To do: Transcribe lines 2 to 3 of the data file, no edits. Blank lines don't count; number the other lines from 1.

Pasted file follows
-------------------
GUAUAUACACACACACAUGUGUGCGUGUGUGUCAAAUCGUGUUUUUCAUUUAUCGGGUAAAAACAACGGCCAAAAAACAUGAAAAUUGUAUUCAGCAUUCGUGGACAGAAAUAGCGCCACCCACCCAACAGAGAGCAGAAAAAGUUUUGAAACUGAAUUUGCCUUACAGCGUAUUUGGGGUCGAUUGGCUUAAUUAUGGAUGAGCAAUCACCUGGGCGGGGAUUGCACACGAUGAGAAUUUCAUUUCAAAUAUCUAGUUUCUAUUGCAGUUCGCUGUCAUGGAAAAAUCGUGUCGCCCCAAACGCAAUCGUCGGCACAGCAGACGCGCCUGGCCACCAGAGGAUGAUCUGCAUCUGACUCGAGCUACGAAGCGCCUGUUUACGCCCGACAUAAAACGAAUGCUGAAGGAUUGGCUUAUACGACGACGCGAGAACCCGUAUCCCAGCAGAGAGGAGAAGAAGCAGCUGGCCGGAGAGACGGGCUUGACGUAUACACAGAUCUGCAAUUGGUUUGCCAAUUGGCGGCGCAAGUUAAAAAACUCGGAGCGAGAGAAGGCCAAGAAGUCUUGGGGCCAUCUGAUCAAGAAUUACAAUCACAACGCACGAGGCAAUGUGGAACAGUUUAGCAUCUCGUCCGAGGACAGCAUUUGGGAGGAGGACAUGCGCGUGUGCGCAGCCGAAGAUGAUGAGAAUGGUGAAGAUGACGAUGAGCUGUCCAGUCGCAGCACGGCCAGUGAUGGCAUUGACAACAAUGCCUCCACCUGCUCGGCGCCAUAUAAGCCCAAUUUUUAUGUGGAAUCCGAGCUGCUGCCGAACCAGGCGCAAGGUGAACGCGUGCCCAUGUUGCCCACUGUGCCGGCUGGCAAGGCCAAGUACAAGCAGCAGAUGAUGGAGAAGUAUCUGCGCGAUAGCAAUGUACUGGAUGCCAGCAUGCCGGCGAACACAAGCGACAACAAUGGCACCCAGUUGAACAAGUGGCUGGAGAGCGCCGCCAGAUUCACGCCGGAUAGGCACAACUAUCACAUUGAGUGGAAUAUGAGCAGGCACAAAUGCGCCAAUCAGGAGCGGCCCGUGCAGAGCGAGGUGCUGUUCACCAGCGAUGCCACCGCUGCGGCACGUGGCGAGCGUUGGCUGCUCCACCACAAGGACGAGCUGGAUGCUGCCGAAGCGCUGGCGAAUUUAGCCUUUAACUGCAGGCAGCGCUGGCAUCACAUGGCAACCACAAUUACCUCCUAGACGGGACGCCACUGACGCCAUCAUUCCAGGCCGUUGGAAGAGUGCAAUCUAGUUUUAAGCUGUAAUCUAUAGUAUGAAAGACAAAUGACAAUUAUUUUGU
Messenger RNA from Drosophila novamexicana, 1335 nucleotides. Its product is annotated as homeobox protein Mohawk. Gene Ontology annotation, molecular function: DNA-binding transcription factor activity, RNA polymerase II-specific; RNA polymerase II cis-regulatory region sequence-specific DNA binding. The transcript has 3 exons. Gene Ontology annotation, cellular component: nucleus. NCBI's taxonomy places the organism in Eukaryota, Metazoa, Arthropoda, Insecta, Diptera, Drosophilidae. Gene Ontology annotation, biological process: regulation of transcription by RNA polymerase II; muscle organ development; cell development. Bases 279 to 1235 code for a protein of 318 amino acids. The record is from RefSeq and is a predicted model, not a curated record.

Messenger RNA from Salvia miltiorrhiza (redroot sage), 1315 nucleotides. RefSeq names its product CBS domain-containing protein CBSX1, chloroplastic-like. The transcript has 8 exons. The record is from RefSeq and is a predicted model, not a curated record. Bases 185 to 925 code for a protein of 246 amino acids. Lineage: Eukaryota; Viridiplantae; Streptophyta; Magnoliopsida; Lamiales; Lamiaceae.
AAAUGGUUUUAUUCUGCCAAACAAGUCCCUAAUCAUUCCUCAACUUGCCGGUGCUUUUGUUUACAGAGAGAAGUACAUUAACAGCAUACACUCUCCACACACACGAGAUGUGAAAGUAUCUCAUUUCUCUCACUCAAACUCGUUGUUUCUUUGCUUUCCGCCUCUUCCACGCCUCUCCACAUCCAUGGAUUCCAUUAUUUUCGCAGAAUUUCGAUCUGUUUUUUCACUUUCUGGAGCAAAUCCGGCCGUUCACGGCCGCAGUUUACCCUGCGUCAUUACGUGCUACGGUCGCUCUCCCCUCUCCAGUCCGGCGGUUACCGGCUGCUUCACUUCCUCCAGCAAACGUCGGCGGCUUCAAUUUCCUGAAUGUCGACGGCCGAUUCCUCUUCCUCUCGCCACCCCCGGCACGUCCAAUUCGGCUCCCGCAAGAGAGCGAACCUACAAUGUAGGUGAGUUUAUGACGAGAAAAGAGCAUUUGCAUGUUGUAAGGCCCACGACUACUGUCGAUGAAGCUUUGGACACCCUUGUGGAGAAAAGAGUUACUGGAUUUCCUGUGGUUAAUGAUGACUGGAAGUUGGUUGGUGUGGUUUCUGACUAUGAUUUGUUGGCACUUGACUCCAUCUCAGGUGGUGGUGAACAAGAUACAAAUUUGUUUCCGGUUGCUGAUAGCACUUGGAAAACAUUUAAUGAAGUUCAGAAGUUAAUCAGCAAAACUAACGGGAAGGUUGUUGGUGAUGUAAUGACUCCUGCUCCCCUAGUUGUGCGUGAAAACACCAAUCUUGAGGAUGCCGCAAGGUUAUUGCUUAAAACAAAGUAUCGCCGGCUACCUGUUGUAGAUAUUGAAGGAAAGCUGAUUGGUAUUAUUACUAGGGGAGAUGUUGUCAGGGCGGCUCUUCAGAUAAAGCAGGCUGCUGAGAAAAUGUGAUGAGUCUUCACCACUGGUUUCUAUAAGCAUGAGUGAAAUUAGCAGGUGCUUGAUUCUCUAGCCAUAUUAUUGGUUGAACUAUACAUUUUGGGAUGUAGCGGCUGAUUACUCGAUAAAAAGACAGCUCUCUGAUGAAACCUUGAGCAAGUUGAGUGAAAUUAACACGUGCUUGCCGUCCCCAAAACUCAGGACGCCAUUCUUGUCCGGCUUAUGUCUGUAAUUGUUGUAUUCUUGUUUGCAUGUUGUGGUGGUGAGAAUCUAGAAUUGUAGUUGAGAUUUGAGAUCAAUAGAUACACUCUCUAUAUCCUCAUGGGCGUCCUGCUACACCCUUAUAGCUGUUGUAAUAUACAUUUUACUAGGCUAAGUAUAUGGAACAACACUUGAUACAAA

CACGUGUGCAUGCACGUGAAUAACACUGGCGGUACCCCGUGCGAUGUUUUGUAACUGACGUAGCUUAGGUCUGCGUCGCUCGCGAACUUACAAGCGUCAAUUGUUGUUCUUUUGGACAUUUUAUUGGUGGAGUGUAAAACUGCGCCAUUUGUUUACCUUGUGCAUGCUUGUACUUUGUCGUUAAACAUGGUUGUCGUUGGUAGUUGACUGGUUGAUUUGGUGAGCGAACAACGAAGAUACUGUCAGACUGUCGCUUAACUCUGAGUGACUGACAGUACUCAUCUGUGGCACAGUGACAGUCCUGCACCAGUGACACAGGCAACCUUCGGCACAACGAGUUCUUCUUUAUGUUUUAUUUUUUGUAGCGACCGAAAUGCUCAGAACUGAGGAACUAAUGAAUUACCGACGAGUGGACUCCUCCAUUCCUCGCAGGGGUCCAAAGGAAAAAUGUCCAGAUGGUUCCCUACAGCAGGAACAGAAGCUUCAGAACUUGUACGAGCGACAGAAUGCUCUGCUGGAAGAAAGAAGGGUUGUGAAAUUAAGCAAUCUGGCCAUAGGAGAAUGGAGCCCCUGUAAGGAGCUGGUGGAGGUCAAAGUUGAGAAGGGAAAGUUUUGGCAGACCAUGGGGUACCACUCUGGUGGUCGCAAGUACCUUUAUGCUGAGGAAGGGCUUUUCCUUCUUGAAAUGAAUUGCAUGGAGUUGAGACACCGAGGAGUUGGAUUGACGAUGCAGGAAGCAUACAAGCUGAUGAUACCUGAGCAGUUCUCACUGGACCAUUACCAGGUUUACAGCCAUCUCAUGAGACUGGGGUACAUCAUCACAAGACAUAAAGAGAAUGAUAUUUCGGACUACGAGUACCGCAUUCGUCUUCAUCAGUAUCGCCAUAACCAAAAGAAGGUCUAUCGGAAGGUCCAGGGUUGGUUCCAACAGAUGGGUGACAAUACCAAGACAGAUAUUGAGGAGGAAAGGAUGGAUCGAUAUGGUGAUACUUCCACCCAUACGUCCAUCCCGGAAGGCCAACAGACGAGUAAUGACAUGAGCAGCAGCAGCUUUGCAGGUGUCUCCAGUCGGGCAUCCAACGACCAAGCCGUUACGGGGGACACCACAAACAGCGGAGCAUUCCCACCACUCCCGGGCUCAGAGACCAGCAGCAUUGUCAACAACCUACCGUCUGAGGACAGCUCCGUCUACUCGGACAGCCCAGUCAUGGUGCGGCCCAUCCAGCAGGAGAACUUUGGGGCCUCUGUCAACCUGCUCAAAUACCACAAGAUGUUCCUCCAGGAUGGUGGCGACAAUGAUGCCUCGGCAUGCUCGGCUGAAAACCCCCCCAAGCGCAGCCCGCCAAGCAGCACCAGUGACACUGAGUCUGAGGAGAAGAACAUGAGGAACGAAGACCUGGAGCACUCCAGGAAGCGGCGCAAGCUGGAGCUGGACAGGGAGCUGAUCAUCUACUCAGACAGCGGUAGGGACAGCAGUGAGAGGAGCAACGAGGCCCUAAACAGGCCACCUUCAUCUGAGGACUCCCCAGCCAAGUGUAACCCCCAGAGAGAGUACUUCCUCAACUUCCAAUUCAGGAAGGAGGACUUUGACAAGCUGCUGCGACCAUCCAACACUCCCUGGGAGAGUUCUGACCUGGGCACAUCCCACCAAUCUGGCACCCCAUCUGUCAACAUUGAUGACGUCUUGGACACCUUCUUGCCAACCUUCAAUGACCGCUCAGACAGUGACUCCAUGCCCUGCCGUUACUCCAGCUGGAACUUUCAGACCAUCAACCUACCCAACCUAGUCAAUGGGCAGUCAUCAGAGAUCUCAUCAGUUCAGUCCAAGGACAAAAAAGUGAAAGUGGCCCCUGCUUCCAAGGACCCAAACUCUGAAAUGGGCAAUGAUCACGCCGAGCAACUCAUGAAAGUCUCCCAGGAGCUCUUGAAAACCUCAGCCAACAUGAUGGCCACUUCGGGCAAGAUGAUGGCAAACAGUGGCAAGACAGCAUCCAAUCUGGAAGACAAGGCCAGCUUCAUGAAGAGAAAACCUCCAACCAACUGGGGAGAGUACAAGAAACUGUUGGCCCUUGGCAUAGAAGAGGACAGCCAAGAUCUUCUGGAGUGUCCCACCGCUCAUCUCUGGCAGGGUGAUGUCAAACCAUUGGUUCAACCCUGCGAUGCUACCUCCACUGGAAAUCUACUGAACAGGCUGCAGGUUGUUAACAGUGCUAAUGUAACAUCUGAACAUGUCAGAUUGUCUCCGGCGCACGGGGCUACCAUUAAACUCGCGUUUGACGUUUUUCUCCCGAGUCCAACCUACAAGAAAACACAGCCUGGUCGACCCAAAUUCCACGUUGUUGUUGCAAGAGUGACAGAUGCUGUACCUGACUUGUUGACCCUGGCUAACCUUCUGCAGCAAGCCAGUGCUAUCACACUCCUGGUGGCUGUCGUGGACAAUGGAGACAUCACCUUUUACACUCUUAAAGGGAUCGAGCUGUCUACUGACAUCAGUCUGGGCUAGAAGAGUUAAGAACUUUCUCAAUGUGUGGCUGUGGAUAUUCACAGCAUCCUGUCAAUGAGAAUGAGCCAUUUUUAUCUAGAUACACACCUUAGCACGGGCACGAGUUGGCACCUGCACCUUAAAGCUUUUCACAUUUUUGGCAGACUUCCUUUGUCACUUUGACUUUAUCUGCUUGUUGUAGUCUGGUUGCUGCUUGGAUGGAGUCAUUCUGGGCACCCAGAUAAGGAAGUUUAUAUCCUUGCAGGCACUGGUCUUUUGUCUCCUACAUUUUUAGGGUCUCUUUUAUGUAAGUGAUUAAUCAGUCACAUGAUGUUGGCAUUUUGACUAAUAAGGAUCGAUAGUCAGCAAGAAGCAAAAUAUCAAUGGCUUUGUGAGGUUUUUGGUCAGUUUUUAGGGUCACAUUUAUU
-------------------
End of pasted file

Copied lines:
Messenger RNA from Drosophila novamexicana, 1335 nucleotides. Its product is annotated as homeobox protein Mohawk. Gene Ontology annotation, molecular function: DNA-binding transcription factor activity, RNA polymerase II-specific; RNA polymerase II cis-regulatory region sequence-specific DNA binding. The transcript has 3 exons. Gene Ontology annotation, cellular component: nucleus. NCBI's taxonomy places the organism in Eukaryota, Metazoa, Arthropoda, Insecta, Diptera, Drosophilidae. Gene Ontology annotation, biological process: regulation of transcription by RNA polymerase II; muscle organ development; cell development. Bases 279 to 1235 code for a protein of 318 amino acids. The record is from RefSeq and is a predicted model, not a curated record.

Messenger RNA from Salvia miltiorrhiza (redroot sage), 1315 nucleotides. RefSeq names its product CBS domain-containing protein CBSX1, chloroplastic-like. The transcript has 8 exons. The record is from RefSeq and is a predicted model, not a curated record. Bases 185 to 925 code for a protein of 246 amino acids. Lineage: Eukaryota; Viridiplantae; Streptophyta; Magnoliopsida; Lamiales; Lamiaceae.